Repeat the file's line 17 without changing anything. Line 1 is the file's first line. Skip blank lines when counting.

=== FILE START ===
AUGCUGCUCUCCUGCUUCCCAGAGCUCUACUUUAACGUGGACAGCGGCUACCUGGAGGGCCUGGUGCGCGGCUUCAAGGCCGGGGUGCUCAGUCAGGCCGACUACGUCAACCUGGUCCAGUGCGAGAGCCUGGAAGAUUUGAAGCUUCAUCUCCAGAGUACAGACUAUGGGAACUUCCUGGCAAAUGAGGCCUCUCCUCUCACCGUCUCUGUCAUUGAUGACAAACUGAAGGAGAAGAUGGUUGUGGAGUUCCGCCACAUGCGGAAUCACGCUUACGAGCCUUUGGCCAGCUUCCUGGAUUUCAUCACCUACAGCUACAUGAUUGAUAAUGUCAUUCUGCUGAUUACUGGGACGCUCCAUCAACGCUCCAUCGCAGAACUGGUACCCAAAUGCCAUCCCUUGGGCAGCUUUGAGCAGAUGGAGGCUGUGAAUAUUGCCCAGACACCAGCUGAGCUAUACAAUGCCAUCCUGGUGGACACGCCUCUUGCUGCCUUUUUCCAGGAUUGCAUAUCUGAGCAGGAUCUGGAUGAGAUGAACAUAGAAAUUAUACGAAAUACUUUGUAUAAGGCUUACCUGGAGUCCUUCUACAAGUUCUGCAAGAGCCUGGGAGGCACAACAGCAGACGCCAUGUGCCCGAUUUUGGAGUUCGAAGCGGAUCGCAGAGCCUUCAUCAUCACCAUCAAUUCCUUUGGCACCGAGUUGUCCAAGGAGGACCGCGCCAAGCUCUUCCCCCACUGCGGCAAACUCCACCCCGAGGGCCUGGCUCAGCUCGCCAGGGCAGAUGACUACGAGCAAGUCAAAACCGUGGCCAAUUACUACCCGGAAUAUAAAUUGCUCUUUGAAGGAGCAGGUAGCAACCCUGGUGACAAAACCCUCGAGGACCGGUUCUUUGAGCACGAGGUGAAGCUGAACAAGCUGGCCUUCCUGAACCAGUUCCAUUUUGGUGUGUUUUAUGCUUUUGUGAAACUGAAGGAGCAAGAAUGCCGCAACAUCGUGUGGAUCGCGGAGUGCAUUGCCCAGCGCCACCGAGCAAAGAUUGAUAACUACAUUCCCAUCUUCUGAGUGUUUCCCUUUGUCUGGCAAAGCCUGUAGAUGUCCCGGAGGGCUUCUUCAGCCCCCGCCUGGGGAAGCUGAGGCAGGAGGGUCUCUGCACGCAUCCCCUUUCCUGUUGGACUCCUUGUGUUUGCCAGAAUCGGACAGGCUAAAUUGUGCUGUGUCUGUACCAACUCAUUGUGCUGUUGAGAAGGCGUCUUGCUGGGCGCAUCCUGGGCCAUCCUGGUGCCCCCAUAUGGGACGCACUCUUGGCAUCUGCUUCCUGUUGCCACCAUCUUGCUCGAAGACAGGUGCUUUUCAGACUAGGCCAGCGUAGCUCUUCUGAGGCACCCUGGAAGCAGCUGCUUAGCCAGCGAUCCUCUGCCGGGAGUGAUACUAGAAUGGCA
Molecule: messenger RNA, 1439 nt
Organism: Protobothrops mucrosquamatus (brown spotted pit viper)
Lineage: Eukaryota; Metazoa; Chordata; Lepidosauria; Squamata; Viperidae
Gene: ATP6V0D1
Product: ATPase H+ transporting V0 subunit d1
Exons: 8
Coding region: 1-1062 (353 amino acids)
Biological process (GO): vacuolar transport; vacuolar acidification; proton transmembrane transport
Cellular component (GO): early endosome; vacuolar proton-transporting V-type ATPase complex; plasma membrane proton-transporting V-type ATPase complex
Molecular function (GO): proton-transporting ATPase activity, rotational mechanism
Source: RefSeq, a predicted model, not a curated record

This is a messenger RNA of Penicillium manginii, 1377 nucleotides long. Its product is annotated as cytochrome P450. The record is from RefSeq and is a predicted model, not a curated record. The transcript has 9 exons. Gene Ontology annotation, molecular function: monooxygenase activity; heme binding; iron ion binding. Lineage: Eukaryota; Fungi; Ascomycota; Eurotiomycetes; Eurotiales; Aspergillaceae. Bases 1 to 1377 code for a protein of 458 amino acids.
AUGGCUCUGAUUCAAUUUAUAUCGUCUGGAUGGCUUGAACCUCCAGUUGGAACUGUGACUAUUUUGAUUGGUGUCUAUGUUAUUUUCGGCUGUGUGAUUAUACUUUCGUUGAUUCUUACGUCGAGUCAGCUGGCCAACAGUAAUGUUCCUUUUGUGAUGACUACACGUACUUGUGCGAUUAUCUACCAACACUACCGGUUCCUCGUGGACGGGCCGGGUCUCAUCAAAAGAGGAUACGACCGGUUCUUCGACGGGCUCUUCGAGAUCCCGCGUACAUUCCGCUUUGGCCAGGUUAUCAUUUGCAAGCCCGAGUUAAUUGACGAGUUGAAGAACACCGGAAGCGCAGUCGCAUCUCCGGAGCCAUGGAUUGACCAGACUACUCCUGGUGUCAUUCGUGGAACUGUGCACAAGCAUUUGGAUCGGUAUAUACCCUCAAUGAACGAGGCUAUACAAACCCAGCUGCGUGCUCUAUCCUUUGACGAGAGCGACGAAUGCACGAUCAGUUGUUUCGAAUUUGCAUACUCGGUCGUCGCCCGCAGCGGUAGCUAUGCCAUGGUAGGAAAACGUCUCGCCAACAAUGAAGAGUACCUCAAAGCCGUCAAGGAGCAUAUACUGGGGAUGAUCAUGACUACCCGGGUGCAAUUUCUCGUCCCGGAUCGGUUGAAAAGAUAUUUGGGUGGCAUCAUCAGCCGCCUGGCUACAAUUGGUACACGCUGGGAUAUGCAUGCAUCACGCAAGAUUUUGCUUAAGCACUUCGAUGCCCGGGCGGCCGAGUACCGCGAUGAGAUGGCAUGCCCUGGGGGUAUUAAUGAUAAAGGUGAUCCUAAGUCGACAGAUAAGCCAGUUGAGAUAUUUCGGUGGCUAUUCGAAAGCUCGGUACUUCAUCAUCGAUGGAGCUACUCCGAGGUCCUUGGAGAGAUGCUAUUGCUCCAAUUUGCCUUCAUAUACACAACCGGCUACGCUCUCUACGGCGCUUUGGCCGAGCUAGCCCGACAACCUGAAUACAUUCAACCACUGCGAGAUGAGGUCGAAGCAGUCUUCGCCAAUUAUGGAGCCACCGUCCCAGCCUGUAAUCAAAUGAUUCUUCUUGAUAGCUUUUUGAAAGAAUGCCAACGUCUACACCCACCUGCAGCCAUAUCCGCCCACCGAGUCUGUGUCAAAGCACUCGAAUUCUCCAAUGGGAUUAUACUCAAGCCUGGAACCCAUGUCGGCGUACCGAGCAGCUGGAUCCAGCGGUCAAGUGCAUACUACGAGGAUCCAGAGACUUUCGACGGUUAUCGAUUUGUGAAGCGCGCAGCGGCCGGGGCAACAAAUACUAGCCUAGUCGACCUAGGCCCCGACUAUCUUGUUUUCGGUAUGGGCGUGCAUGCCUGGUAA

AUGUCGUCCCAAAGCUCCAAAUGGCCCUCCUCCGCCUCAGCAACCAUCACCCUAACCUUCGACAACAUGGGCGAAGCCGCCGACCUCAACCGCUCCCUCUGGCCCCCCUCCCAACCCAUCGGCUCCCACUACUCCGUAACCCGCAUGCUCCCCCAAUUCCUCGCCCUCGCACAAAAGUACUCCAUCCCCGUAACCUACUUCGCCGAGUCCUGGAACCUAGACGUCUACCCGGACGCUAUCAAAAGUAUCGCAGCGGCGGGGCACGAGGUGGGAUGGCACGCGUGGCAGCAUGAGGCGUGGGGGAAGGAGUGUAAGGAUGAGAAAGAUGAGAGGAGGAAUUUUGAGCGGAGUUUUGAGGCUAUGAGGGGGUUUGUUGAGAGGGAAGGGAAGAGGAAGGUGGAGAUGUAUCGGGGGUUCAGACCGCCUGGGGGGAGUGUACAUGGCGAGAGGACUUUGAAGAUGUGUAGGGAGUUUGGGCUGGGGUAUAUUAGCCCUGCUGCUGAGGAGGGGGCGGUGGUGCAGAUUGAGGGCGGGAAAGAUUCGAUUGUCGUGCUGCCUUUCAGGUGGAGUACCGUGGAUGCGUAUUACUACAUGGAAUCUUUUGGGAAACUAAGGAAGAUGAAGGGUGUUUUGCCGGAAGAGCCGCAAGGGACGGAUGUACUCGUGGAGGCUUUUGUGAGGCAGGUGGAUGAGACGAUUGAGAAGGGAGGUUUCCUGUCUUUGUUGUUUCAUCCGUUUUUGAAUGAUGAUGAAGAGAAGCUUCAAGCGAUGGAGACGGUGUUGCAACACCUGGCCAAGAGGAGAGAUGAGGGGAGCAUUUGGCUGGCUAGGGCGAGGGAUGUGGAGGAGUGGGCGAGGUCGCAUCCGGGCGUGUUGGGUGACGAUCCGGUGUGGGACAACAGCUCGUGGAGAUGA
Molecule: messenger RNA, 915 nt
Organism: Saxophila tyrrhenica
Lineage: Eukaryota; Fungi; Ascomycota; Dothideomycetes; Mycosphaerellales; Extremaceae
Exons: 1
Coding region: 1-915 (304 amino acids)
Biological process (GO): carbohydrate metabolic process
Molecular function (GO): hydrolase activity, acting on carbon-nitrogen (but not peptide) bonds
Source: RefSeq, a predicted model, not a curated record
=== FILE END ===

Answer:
Organism: Saxophila tyrrhenica